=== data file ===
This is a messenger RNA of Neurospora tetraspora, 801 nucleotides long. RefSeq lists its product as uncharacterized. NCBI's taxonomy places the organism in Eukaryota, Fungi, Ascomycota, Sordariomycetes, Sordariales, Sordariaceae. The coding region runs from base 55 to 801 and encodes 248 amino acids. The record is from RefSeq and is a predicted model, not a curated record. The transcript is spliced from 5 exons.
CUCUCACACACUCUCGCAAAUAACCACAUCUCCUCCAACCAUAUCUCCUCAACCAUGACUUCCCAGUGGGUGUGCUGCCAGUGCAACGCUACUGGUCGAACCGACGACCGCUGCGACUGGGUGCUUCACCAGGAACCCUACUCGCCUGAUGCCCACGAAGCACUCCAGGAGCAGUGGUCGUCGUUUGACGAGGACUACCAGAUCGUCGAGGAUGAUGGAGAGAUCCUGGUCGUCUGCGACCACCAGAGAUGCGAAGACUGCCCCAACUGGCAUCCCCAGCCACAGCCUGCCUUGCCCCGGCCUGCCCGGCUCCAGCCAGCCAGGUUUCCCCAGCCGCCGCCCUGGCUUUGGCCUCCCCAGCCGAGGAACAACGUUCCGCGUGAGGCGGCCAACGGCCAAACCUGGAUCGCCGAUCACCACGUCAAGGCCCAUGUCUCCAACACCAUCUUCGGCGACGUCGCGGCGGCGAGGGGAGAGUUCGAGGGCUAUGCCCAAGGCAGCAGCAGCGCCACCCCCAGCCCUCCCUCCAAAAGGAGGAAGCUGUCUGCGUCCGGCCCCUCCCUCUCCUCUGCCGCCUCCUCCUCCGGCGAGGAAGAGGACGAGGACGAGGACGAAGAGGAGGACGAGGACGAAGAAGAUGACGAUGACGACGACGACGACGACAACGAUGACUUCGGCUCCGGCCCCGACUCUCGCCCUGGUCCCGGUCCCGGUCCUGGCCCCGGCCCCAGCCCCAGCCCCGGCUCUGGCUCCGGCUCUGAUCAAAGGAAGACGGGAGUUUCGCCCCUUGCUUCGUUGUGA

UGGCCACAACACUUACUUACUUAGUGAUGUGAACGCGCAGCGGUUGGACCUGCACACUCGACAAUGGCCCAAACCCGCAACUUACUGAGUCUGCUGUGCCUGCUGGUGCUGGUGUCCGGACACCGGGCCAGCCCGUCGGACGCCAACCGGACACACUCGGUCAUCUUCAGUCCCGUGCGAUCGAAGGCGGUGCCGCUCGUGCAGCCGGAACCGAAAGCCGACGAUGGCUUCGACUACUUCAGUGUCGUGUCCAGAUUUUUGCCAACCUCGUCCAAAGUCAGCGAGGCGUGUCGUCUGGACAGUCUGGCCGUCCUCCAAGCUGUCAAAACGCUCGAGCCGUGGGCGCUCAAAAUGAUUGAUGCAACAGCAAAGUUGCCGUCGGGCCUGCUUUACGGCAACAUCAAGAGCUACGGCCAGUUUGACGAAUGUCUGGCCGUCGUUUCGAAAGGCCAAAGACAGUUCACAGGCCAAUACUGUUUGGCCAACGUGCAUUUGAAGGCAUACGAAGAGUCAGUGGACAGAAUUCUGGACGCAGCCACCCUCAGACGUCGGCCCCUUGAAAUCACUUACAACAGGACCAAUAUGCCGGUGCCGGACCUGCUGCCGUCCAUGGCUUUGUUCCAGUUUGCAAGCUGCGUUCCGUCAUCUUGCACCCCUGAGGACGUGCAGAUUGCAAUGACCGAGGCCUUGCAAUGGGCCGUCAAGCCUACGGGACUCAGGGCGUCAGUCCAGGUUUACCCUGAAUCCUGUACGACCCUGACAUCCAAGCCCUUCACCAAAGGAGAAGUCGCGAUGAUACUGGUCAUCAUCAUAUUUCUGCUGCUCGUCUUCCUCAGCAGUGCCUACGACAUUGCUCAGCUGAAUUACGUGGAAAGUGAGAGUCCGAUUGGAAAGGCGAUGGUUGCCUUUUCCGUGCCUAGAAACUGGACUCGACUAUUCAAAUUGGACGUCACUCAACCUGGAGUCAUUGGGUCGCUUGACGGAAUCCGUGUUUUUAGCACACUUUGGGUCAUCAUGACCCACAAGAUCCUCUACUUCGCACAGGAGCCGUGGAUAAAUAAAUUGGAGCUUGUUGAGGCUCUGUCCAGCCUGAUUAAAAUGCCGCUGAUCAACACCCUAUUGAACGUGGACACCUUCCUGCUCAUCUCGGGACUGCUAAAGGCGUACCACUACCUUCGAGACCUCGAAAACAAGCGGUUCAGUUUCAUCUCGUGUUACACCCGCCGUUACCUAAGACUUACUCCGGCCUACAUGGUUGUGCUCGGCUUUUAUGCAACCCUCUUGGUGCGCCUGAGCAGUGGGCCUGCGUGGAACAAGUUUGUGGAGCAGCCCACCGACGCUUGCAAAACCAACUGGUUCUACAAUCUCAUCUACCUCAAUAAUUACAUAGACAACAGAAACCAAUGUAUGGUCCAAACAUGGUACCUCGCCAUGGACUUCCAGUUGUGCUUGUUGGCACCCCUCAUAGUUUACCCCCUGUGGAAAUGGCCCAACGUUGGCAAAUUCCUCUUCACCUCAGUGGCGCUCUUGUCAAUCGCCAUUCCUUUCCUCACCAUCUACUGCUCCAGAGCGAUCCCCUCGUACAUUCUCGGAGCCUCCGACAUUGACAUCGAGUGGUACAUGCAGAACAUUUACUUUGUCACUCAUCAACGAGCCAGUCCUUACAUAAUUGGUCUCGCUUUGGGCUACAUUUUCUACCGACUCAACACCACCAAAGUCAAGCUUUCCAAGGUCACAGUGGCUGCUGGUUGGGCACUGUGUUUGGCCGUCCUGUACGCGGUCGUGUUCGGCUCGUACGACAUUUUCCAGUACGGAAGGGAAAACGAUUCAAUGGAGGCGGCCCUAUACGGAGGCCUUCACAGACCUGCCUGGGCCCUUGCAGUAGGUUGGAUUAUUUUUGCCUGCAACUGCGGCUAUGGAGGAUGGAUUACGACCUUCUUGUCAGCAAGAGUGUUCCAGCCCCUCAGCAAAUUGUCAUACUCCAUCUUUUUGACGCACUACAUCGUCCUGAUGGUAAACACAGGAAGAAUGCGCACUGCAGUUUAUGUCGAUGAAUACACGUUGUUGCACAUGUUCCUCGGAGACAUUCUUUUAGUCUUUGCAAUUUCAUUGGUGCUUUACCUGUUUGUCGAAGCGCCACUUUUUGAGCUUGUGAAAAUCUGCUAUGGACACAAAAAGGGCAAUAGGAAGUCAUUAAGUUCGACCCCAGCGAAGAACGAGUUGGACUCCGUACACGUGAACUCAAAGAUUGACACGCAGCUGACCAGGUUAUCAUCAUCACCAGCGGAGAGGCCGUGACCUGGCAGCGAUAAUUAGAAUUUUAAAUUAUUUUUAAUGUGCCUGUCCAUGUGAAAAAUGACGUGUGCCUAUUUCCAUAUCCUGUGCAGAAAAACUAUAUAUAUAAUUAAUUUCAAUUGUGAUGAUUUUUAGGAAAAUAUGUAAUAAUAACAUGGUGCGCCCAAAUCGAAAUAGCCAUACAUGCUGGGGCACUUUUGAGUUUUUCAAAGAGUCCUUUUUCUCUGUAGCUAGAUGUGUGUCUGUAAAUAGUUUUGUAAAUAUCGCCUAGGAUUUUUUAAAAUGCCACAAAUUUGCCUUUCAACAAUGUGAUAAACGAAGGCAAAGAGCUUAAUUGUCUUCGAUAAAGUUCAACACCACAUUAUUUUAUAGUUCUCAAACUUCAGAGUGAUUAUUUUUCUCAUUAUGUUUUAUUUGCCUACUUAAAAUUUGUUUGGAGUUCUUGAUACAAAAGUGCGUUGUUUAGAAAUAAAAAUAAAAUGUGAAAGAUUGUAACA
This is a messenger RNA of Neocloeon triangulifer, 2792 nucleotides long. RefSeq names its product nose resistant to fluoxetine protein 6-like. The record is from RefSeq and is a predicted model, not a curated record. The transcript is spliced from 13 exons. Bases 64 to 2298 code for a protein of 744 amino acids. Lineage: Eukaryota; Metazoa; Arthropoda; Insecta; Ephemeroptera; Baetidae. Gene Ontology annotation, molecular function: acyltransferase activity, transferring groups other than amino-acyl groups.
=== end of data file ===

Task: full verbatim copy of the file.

This is a messenger RNA of Neurospora tetraspora, 801 nucleotides long. RefSeq lists its product as uncharacterized. NCBI's taxonomy places the organism in Eukaryota, Fungi, Ascomycota, Sordariomycetes, Sordariales, Sordariaceae. The coding region runs from base 55 to 801 and encodes 248 amino acids. The record is from RefSeq and is a predicted model, not a curated record. The transcript is spliced from 5 exons.
CUCUCACACACUCUCGCAAAUAACCACAUCUCCUCCAACCAUAUCUCCUCAACCAUGACUUCCCAGUGGGUGUGCUGCCAGUGCAACGCUACUGGUCGAACCGACGACCGCUGCGACUGGGUGCUUCACCAGGAACCCUACUCGCCUGAUGCCCACGAAGCACUCCAGGAGCAGUGGUCGUCGUUUGACGAGGACUACCAGAUCGUCGAGGAUGAUGGAGAGAUCCUGGUCGUCUGCGACCACCAGAGAUGCGAAGACUGCCCCAACUGGCAUCCCCAGCCACAGCCUGCCUUGCCCCGGCCUGCCCGGCUCCAGCCAGCCAGGUUUCCCCAGCCGCCGCCCUGGCUUUGGCCUCCCCAGCCGAGGAACAACGUUCCGCGUGAGGCGGCCAACGGCCAAACCUGGAUCGCCGAUCACCACGUCAAGGCCCAUGUCUCCAACACCAUCUUCGGCGACGUCGCGGCGGCGAGGGGAGAGUUCGAGGGCUAUGCCCAAGGCAGCAGCAGCGCCACCCCCAGCCCUCCCUCCAAAAGGAGGAAGCUGUCUGCGUCCGGCCCCUCCCUCUCCUCUGCCGCCUCCUCCUCCGGCGAGGAAGAGGACGAGGACGAGGACGAAGAGGAGGACGAGGACGAAGAAGAUGACGAUGACGACGACGACGACGACAACGAUGACUUCGGCUCCGGCCCCGACUCUCGCCCUGGUCCCGGUCCCGGUCCUGGCCCCGGCCCCAGCCCCAGCCCCGGCUCUGGCUCCGGCUCUGAUCAAAGGAAGACGGGAGUUUCGCCCCUUGCUUCGUUGUGA

UGGCCACAACACUUACUUACUUAGUGAUGUGAACGCGCAGCGGUUGGACCUGCACACUCGACAAUGGCCCAAACCCGCAACUUACUGAGUCUGCUGUGCCUGCUGGUGCUGGUGUCCGGACACCGGGCCAGCCCGUCGGACGCCAACCGGACACACUCGGUCAUCUUCAGUCCCGUGCGAUCGAAGGCGGUGCCGCUCGUGCAGCCGGAACCGAAAGCCGACGAUGGCUUCGACUACUUCAGUGUCGUGUCCAGAUUUUUGCCAACCUCGUCCAAAGUCAGCGAGGCGUGUCGUCUGGACAGUCUGGCCGUCCUCCAAGCUGUCAAAACGCUCGAGCCGUGGGCGCUCAAAAUGAUUGAUGCAACAGCAAAGUUGCCGUCGGGCCUGCUUUACGGCAACAUCAAGAGCUACGGCCAGUUUGACGAAUGUCUGGCCGUCGUUUCGAAAGGCCAAAGACAGUUCACAGGCCAAUACUGUUUGGCCAACGUGCAUUUGAAGGCAUACGAAGAGUCAGUGGACAGAAUUCUGGACGCAGCCACCCUCAGACGUCGGCCCCUUGAAAUCACUUACAACAGGACCAAUAUGCCGGUGCCGGACCUGCUGCCGUCCAUGGCUUUGUUCCAGUUUGCAAGCUGCGUUCCGUCAUCUUGCACCCCUGAGGACGUGCAGAUUGCAAUGACCGAGGCCUUGCAAUGGGCCGUCAAGCCUACGGGACUCAGGGCGUCAGUCCAGGUUUACCCUGAAUCCUGUACGACCCUGACAUCCAAGCCCUUCACCAAAGGAGAAGUCGCGAUGAUACUGGUCAUCAUCAUAUUUCUGCUGCUCGUCUUCCUCAGCAGUGCCUACGACAUUGCUCAGCUGAAUUACGUGGAAAGUGAGAGUCCGAUUGGAAAGGCGAUGGUUGCCUUUUCCGUGCCUAGAAACUGGACUCGACUAUUCAAAUUGGACGUCACUCAACCUGGAGUCAUUGGGUCGCUUGACGGAAUCCGUGUUUUUAGCACACUUUGGGUCAUCAUGACCCACAAGAUCCUCUACUUCGCACAGGAGCCGUGGAUAAAUAAAUUGGAGCUUGUUGAGGCUCUGUCCAGCCUGAUUAAAAUGCCGCUGAUCAACACCCUAUUGAACGUGGACACCUUCCUGCUCAUCUCGGGACUGCUAAAGGCGUACCACUACCUUCGAGACCUCGAAAACAAGCGGUUCAGUUUCAUCUCGUGUUACACCCGCCGUUACCUAAGACUUACUCCGGCCUACAUGGUUGUGCUCGGCUUUUAUGCAACCCUCUUGGUGCGCCUGAGCAGUGGGCCUGCGUGGAACAAGUUUGUGGAGCAGCCCACCGACGCUUGCAAAACCAACUGGUUCUACAAUCUCAUCUACCUCAAUAAUUACAUAGACAACAGAAACCAAUGUAUGGUCCAAACAUGGUACCUCGCCAUGGACUUCCAGUUGUGCUUGUUGGCACCCCUCAUAGUUUACCCCCUGUGGAAAUGGCCCAACGUUGGCAAAUUCCUCUUCACCUCAGUGGCGCUCUUGUCAAUCGCCAUUCCUUUCCUCACCAUCUACUGCUCCAGAGCGAUCCCCUCGUACAUUCUCGGAGCCUCCGACAUUGACAUCGAGUGGUACAUGCAGAACAUUUACUUUGUCACUCAUCAACGAGCCAGUCCUUACAUAAUUGGUCUCGCUUUGGGCUACAUUUUCUACCGACUCAACACCACCAAAGUCAAGCUUUCCAAGGUCACAGUGGCUGCUGGUUGGGCACUGUGUUUGGCCGUCCUGUACGCGGUCGUGUUCGGCUCGUACGACAUUUUCCAGUACGGAAGGGAAAACGAUUCAAUGGAGGCGGCCCUAUACGGAGGCCUUCACAGACCUGCCUGGGCCCUUGCAGUAGGUUGGAUUAUUUUUGCCUGCAACUGCGGCUAUGGAGGAUGGAUUACGACCUUCUUGUCAGCAAGAGUGUUCCAGCCCCUCAGCAAAUUGUCAUACUCCAUCUUUUUGACGCACUACAUCGUCCUGAUGGUAAACACAGGAAGAAUGCGCACUGCAGUUUAUGUCGAUGAAUACACGUUGUUGCACAUGUUCCUCGGAGACAUUCUUUUAGUCUUUGCAAUUUCAUUGGUGCUUUACCUGUUUGUCGAAGCGCCACUUUUUGAGCUUGUGAAAAUCUGCUAUGGACACAAAAAGGGCAAUAGGAAGUCAUUAAGUUCGACCCCAGCGAAGAACGAGUUGGACUCCGUACACGUGAACUCAAAGAUUGACACGCAGCUGACCAGGUUAUCAUCAUCACCAGCGGAGAGGCCGUGACCUGGCAGCGAUAAUUAGAAUUUUAAAUUAUUUUUAAUGUGCCUGUCCAUGUGAAAAAUGACGUGUGCCUAUUUCCAUAUCCUGUGCAGAAAAACUAUAUAUAUAAUUAAUUUCAAUUGUGAUGAUUUUUAGGAAAAUAUGUAAUAAUAACAUGGUGCGCCCAAAUCGAAAUAGCCAUACAUGCUGGGGCACUUUUGAGUUUUUCAAAGAGUCCUUUUUCUCUGUAGCUAGAUGUGUGUCUGUAAAUAGUUUUGUAAAUAUCGCCUAGGAUUUUUUAAAAUGCCACAAAUUUGCCUUUCAACAAUGUGAUAAACGAAGGCAAAGAGCUUAAUUGUCUUCGAUAAAGUUCAACACCACAUUAUUUUAUAGUUCUCAAACUUCAGAGUGAUUAUUUUUCUCAUUAUGUUUUAUUUGCCUACUUAAAAUUUGUUUGGAGUUCUUGAUACAAAAGUGCGUUGUUUAGAAAUAAAAAUAAAAUGUGAAAGAUUGUAACA
This is a messenger RNA of Neocloeon triangulifer, 2792 nucleotides long. RefSeq names its product nose resistant to fluoxetine protein 6-like. The record is from RefSeq and is a predicted model, not a curated record. The transcript is spliced from 13 exons. Bases 64 to 2298 code for a protein of 744 amino acids. Lineage: Eukaryota; Metazoa; Arthropoda; Insecta; Ephemeroptera; Baetidae. Gene Ontology annotation, molecular function: acyltransferase activity, transferring groups other than amino-acyl groups.